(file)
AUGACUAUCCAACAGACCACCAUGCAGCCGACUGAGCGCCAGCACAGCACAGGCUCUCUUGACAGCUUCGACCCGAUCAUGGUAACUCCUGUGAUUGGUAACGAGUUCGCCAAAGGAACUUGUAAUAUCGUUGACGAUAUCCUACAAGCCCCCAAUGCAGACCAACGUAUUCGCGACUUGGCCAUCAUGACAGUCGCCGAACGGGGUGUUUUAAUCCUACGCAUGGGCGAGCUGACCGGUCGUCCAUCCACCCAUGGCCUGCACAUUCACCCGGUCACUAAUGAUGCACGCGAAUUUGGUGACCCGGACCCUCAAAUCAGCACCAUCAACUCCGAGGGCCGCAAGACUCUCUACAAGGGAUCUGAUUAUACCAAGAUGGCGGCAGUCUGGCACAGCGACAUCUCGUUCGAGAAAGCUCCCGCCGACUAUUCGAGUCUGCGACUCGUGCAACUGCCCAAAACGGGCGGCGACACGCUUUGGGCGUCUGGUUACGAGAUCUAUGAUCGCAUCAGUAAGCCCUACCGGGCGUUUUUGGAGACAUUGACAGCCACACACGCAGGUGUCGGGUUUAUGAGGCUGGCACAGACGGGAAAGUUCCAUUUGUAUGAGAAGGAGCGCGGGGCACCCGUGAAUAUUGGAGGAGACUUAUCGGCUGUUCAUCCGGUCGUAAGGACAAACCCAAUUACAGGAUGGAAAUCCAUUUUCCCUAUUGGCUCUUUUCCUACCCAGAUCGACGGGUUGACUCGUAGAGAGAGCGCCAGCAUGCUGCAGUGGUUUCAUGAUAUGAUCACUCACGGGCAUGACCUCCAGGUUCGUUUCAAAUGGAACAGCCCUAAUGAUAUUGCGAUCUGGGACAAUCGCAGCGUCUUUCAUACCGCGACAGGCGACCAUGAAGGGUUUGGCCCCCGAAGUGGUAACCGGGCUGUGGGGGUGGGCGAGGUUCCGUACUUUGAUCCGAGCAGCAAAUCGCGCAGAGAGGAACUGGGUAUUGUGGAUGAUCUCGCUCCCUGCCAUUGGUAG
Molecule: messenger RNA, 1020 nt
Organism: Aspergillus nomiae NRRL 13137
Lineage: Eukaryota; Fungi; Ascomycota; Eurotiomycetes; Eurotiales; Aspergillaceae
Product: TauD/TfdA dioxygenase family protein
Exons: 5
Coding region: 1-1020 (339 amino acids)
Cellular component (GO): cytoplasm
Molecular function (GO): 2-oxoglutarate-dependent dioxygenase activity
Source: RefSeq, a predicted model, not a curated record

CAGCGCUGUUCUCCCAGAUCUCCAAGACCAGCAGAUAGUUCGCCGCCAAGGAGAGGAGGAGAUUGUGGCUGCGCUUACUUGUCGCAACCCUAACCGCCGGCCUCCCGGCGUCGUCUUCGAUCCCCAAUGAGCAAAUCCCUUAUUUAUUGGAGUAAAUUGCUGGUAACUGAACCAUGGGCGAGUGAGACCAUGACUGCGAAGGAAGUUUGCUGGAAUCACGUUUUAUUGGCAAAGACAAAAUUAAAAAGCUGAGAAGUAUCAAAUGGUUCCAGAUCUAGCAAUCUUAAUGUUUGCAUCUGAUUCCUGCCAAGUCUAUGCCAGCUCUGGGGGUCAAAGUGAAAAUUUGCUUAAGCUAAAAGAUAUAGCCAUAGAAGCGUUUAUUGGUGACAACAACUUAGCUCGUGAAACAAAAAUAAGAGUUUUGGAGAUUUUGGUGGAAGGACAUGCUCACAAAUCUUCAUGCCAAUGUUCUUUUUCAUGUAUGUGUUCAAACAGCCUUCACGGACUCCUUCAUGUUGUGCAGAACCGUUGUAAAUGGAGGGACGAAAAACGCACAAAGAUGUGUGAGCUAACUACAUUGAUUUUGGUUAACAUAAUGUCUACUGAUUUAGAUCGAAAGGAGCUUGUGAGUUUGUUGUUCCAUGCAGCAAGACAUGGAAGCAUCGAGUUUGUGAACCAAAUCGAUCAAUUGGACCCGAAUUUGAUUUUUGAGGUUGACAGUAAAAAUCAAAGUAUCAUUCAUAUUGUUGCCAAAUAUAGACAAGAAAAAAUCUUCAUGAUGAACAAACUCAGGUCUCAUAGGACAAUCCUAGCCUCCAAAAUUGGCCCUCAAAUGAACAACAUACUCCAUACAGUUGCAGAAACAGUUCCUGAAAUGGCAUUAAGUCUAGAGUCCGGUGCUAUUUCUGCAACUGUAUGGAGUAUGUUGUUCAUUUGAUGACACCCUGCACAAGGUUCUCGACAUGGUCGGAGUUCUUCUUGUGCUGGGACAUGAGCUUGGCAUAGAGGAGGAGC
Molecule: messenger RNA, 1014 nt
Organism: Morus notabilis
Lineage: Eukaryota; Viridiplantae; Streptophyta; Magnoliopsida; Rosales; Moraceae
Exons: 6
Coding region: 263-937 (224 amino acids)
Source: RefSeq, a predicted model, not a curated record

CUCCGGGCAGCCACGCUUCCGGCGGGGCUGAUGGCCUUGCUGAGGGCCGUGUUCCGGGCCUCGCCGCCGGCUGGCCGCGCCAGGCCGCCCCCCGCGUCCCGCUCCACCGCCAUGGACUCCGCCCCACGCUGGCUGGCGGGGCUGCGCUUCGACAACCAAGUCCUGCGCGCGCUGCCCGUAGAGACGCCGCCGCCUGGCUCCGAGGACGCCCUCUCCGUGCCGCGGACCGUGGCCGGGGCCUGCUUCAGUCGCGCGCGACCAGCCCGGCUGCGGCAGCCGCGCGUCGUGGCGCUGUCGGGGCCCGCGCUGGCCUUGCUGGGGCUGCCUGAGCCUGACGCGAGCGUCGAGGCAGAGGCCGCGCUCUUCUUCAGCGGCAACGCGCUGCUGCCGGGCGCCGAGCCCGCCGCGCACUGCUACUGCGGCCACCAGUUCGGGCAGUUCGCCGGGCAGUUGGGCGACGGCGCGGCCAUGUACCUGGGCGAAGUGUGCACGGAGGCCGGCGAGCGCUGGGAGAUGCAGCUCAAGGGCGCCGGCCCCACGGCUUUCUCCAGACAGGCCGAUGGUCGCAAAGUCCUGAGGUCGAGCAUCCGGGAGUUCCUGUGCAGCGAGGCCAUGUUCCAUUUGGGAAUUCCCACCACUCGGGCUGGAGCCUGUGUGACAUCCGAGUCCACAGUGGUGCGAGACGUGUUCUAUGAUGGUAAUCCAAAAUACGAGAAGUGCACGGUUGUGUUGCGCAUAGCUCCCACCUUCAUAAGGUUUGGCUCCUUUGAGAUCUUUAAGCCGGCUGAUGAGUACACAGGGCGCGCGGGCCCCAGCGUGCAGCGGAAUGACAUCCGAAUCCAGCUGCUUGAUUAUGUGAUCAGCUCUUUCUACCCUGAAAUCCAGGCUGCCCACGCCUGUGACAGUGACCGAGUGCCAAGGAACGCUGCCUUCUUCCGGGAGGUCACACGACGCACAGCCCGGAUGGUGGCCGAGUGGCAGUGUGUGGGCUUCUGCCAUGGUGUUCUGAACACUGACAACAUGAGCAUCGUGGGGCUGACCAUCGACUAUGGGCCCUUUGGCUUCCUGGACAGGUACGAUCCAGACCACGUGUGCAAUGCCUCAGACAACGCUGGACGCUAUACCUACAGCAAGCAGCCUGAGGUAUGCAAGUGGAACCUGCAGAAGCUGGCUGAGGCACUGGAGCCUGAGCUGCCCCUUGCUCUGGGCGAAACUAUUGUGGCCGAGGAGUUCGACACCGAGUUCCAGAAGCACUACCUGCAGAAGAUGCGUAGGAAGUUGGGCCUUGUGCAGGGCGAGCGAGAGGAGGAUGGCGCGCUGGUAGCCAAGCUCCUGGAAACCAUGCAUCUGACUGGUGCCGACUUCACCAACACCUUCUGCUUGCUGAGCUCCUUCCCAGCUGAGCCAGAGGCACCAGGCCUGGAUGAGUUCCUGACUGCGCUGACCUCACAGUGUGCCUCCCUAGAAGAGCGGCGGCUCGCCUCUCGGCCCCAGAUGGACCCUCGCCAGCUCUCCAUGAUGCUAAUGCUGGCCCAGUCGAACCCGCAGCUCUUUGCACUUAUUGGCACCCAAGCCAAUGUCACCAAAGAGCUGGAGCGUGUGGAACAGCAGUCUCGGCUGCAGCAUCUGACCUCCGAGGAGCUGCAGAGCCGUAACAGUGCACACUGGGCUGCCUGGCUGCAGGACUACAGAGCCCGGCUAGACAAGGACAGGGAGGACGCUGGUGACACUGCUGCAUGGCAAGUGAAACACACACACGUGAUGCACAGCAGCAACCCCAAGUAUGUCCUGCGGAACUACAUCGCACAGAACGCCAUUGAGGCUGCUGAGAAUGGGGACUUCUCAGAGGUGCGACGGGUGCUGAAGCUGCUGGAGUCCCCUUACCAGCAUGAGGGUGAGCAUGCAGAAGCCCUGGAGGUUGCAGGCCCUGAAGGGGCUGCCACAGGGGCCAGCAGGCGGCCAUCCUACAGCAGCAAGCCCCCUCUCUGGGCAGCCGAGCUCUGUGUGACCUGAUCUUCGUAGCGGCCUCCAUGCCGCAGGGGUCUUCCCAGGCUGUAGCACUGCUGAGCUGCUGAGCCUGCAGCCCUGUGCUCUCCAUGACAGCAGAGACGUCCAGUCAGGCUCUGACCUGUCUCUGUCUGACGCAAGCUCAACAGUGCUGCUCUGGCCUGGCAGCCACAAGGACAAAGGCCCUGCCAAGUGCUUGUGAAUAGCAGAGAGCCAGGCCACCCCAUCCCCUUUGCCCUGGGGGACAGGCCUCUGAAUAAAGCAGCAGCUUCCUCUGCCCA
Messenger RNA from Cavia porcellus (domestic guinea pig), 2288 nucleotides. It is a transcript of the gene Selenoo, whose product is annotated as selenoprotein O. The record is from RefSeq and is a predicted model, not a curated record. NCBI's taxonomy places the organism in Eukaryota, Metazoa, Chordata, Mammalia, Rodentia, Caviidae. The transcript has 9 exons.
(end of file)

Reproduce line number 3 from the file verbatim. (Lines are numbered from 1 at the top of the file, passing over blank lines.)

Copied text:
Organism: Aspergillus nomiae NRRL 13137